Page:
Test It Out Yourself: Debbie Ericksen, a fourth-grade teacher at Adamsville Primary School in New Jersey, shows her students a time-lapse video of a plant growing from a seed, and has them record observations: The roots were growing down. The leaves were growing out, but when the light appeared, they tilted toward it.

In small groups, students generate questions based on their observations, which then guide their exploration. A student who’s curious about the effect of light on leaves may plant one seed and place it near a window and plant another away from the sun, and then observe both plants over time.

Kids become self-directed learners, not only in science but in math, social studies, art, and language arts, says Ericksen. She also sees tremendous carryover in communication skills. “The way students learn to communicate in science, you see that in language arts, too,” she says.

 

Students End Up Teaching One Another

“Kids appreciate learning from their peers more than they appreciate me telling them information,” says Darbie Valenti, a fifth-grade math and science teacher at Minnie Cline Elementary in Savannah, Missouri. “Open-ended projects are a great equalizer because they help us appreciate others’ strengths.” Not only do they give more free-spirited kids a chance to shine, but they allow students who struggle with written and even verbal language a chance to contribute, too.

Test It Out Yourself: Try Valenti’s candy cars challenge. During her simple machines unit, after introducing the “wheel and axle,” Valenti has her students build cars using hard candies with holes for the wheels.

She begins by giving kids a variety of materials to construct their cars: index cards, construction paper, straws, stir sticks, and more. And then she lets them improvise. “They have to really think about how to secure their axle so the wheel still rotates,” Valenti says.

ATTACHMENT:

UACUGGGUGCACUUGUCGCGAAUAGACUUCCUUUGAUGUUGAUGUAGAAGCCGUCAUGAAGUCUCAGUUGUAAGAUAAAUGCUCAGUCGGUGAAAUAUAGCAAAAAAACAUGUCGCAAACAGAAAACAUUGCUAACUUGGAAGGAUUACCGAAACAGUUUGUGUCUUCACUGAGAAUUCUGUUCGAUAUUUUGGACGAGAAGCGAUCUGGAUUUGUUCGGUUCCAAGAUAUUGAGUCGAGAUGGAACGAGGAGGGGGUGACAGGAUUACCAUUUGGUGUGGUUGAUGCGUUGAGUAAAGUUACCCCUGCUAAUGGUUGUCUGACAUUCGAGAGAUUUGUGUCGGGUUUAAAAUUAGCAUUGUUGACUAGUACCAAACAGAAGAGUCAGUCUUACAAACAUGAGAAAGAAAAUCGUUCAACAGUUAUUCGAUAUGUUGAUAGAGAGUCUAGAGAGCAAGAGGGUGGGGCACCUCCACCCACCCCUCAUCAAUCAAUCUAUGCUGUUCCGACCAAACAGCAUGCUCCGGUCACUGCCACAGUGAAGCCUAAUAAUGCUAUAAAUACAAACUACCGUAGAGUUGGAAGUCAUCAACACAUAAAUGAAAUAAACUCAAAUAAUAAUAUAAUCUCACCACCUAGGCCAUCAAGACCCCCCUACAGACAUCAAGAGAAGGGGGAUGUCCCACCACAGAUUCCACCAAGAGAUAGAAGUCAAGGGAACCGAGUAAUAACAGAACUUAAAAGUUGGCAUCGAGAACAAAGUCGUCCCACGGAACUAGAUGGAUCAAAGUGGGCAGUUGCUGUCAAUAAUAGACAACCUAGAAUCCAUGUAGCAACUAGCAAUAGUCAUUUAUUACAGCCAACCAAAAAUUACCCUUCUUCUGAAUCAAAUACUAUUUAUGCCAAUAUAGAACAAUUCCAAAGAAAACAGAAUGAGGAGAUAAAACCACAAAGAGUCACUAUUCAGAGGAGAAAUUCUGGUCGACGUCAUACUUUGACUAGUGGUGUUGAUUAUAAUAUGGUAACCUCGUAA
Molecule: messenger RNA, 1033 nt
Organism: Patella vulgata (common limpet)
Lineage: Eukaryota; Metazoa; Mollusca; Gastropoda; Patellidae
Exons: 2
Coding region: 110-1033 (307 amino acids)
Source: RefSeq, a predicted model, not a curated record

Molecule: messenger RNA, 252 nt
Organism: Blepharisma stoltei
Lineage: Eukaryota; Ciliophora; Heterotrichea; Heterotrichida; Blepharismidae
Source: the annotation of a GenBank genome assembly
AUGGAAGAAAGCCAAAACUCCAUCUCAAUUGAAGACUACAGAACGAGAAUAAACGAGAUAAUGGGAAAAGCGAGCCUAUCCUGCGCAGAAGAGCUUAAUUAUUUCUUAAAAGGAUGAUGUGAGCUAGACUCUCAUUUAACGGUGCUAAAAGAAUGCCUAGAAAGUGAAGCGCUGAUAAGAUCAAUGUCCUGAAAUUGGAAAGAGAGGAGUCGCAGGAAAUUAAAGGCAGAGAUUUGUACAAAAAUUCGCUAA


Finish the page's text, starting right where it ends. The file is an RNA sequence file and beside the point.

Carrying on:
“One time, the car of one of our special ed students went farther than anyone else’s,” she says. “Other students, including a gifted child on [the special ed kid’s] team, changed the design of their cars to be more like hers. That was a huge moment for her and for the gifted child as well, to realize he had things to learn from her.”

 

Student Engagement Leads to Authentic Learning

When students generate the questions they investigate, their exploration aligns with personal interests. And self-discovered information that connects to personal interest and previous knowledge is far more meaningful than memorization and repetition. “Human learning always happens better when we’re doing while we’re learning,” Ericksen says.

Test It Out Yourself: The next time you introduce a big science concept, invite students to think about how it affects their own lives. When Shelly Vroegh, a fifth-grade teacher and instructional coach at Lakewood Elementary School in Norwalk, Iowa, began an ecology unit, the guiding question she offered was “What does ecology have to do with me?”

Her students’ passions led them to investigate ecology through a lens that mattered to them individually. Some researched wind energy, while others focused on recycling. One girl centered her project around recycling and her love of pets, using scraps of fleece to create braided dog toys, which she took with her to present at a community event on Earth Day.

“She felt so empowered by the project that she took what she learned and shared it with others—totally beyond the walls of the classroom!” says Vroegh. “It takes more time and effort on my part, but it’s worth it, because the kids learn at a deeper level.”